Raising Robots: Can Morals Be Taught To AI Through Parenting Skills?

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It is a dimwitted fantasy to treat Artificial Intelligence and robots as sentient human beings, when they are not, nor can they ever be. Yet, as Japanese men are having sex with silicon dolls, others are trying to teach morals to robots using ‘parenting skills.’  TN Editor

Intelligent machines, long promised and never delivered, are finally on the horizon. Sufficiently intelligent robots will be able to operate autonomously from human control. They will be able to make genuine choices. And if a robot can make choices, there is a real question about whether it will make moral choices. But what is moral for a robot? Is this the same as what’s moral for a human?

Philosophers and computer scientists alike tend to focus on the difficulty of implementing subtle human morality in literal-minded machines. But there’s another problem, one that really ought to come first. It’s the question of whether we ought to try to impose our own morality on intelligent machines at all. In fact, I’d argue that doing so is likely to be counterproductive, and even unethical. The real problem of robot morality is not the robots, but us. Can we handle sharing the world with a new type of moral creature?

We like to imagine that artificial intelligence (AI) will be similar to humans, because we are the only advanced intelligence we know. But we are probably wrong. If and when AI appears, it will probably be quite unlike us. It might not reason the way we do, and we could have difficulty understanding its choices.

In 2016, a computer program challenged Lee Sedol, humanity’s leading player of the ancient game of Go. The program, a Google project called AlphaGo, is an early example of what AI might be like. In the second game of the match, AlphaGo made a move – ‘Move 37’ – that stunned expert commenters. Some thought it was a mistake. Lee, the human opponent, stood up from the table and left the room. No one quite knew what AlphaGo was doing; this was a tactic that expert human players simply did not use. But it worked. AlphaGo won that match, as it had the game before and the next game. In the end, Lee won only a single game out of five.

AlphaGo is very, very good at Go, but it is not good in the same way that humans are. Not even its creators can explain how it settles on its strategy in each game. Imagine that you could talk to AlphaGo and ask why it made Move 37. Would it be able to explain the choice to you – or to human Go experts? Perhaps. Artificial minds needn’t work as ours do to accomplish similar tasks.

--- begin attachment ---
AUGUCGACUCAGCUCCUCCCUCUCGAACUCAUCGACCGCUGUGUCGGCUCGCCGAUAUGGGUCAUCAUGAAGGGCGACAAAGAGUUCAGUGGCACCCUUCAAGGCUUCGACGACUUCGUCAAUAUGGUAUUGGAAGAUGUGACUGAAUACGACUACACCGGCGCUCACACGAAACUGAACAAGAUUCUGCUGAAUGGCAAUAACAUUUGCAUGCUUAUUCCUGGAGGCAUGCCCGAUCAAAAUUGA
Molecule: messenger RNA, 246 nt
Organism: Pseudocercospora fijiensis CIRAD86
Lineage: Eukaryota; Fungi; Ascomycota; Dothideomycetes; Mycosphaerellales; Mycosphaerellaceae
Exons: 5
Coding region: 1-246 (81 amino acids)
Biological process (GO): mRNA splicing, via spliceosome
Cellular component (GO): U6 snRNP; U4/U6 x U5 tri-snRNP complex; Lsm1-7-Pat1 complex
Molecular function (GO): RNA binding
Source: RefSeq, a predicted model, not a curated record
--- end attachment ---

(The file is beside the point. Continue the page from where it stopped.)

In fact, we might discover that intelligent machines think about everything, not just Go, in ways that are alien us. You don’t have to imagine some horrible science-fiction scenario, where robots go on a murderous rampage. It might be something more like this: imagine that robots show moral concern for humans, and robots, and most animals… and also sofas. They are very careful not to damage sofas, just as we’re careful not to damage babies. We might ask the machines: why are you so worried about sofas? And their explanation might not make sense to us, just as AlphaGo’s explanation of Move 37 might not make sense.

This line of thinking takes us to the heart of a very old philosophical puzzle about the nature of morality. Is it something above and beyond human experience, something that applies to anyone or anything that could make choices – or is morality a distinctly human creation, something specially adapted to our particular existence?

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3 Comments on "Raising Robots: Can Morals Be Taught To AI Through Parenting Skills?"

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Fred
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“It is a dimwitted fantasy to treat Artificial Intelligence and robots as sentient human beings, when they are not, nor can they ever be.” Would you, also, say it is a “dimwitted fantasy ” that humans evolved from single celled organisms? Personally, I think it is much more likely that robots will evolve into “sentient robots”. Humans will act as an initial catylist, but the final evolvement of robots into sentient robots will be accomplished by the robots themselves without humnan input. Their forms and actions will be those that are the most advantageous for the robot, not the human.… Read more »
Patrick Wood

Fred – you have been watching too much science fiction.

Fred
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No doubt. But if you look at how life has, I think amazingly, evolved from single celled organisms then it does not seem so far fetched that robots (with mankind serving as a catalyst) could be a logical extension of this process. I view humans as part of nature, not as outside observers.
I was curious as to how others would react to this thought. You were polite about it. Most people say I am full of BS.

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